Aim This paper tests firstly for the existence of a general relationship between body size of terrestrial animals and their incidence across habitat patches of increasing size, and secondly for differences in this relationship between insects and vertebrates.
Location The analysis was based on the occupancy pattern of 50 species from 15 different landscapes in a variety of ecosystems ranging from Central European grassland to Asian tropical forest.
Methods The area-occupancy relationship was described by incidence functions that were calculated using logistic regression. A correlation analysis between body size of the species and the patch area referring to the two given points of the incidence function was performed. In order to test for an effect of taxon (insects vs. vertebrates), an analysis of covariance was conducted.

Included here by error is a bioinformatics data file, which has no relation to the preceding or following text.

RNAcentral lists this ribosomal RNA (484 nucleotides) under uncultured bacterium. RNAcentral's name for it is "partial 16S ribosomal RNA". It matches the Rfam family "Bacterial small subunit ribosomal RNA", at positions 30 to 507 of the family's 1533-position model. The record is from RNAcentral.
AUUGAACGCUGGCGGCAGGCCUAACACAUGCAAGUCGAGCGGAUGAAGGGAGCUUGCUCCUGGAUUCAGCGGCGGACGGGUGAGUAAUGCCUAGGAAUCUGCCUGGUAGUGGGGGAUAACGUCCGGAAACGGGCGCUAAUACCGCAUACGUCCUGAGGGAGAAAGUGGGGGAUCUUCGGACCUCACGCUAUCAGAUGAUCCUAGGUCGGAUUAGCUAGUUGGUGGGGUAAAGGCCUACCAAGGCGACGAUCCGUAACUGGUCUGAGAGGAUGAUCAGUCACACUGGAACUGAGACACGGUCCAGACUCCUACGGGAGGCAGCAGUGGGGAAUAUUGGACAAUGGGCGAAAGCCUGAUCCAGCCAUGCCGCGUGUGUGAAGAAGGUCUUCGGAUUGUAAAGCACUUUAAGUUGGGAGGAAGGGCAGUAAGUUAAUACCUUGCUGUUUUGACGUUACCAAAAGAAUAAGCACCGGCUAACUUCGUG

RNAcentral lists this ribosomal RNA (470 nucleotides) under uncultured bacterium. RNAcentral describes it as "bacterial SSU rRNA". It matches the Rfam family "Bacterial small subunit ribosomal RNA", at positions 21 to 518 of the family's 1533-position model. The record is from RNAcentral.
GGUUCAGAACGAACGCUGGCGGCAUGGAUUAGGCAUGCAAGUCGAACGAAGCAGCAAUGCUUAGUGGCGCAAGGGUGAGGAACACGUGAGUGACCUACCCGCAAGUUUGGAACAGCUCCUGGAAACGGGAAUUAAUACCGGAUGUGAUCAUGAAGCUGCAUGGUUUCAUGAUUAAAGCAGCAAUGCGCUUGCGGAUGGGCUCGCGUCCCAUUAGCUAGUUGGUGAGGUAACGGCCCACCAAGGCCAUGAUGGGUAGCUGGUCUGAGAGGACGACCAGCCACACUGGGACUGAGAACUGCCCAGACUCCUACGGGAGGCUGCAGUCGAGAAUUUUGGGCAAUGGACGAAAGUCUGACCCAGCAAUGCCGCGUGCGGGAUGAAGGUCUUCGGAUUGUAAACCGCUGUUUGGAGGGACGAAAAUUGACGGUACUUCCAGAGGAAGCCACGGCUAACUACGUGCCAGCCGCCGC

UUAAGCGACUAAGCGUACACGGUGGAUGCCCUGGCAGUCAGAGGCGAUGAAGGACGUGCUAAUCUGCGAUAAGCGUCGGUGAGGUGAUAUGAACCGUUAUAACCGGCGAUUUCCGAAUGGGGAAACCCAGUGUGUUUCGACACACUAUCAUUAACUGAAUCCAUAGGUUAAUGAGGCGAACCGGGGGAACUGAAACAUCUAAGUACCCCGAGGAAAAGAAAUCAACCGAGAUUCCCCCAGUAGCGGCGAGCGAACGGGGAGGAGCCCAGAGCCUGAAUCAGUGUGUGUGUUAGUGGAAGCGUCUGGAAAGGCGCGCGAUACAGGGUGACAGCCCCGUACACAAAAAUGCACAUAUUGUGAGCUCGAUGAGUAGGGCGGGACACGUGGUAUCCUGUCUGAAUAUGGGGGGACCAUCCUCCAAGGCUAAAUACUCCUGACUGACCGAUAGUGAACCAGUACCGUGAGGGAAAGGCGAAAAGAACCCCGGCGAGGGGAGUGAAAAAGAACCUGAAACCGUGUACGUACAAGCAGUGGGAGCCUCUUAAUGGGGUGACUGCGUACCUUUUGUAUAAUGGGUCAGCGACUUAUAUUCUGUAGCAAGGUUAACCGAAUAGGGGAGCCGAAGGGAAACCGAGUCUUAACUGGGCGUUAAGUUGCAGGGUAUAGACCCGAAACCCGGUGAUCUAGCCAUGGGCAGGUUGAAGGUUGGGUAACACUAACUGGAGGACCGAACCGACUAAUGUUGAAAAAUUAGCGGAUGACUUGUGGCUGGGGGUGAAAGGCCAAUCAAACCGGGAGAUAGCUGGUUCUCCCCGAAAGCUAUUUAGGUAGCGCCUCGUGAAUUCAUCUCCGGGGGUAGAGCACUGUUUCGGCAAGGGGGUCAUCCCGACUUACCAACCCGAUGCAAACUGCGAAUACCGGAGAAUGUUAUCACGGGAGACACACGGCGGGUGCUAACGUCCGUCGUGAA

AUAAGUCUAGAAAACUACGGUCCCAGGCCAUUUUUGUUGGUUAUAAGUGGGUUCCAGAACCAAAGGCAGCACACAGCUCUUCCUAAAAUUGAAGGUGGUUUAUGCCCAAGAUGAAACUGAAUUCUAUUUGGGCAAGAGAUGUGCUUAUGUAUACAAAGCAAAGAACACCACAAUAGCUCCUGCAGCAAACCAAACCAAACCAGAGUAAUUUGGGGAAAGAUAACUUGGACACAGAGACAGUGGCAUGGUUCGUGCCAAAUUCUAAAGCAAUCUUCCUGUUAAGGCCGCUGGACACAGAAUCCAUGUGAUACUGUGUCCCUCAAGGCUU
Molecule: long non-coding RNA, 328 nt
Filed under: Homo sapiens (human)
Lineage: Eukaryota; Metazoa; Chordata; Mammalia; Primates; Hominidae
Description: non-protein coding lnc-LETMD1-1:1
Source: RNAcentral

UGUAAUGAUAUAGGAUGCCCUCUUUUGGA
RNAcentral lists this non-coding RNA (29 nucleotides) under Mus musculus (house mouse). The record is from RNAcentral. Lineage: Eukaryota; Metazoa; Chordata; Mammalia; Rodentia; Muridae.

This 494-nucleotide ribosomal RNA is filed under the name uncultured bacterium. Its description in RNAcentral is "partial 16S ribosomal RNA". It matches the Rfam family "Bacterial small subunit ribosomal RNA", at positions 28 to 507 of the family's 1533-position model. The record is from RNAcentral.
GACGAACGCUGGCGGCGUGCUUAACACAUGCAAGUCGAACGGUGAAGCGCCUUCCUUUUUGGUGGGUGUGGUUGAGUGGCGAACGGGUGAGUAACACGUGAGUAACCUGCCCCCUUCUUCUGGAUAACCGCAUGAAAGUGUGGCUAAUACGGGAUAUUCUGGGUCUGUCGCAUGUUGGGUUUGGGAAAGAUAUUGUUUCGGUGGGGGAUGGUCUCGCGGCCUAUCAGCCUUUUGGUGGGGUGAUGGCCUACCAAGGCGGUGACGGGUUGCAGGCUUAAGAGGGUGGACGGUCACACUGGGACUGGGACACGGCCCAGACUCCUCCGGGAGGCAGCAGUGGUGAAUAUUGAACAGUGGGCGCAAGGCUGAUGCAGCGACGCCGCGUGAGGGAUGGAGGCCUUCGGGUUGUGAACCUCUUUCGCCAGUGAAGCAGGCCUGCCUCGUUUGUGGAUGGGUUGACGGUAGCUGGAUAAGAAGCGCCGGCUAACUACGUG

Results In all species, the incidence was found to increase with increasing patch area. The macroecological analysis showed a significant relationship between the incidence in habitat patches and the body size of terrestrial animals. The area requirement was found to increase linearly with increasing body size on a log-log scale. This relationship did not differ significantly between insects and vertebrates.
Conclusions The approach highlighted in this paper is to associate incidence functions with body size. The results suggest that body size is a general but rather rough predictor for the area requirements of animals. The relationship seems valid for a wide range of body sizes of terrestrial animals. However, further studies including isolation of habitats as well as additional species traits into the macroecological analysis of incidence functions are needed.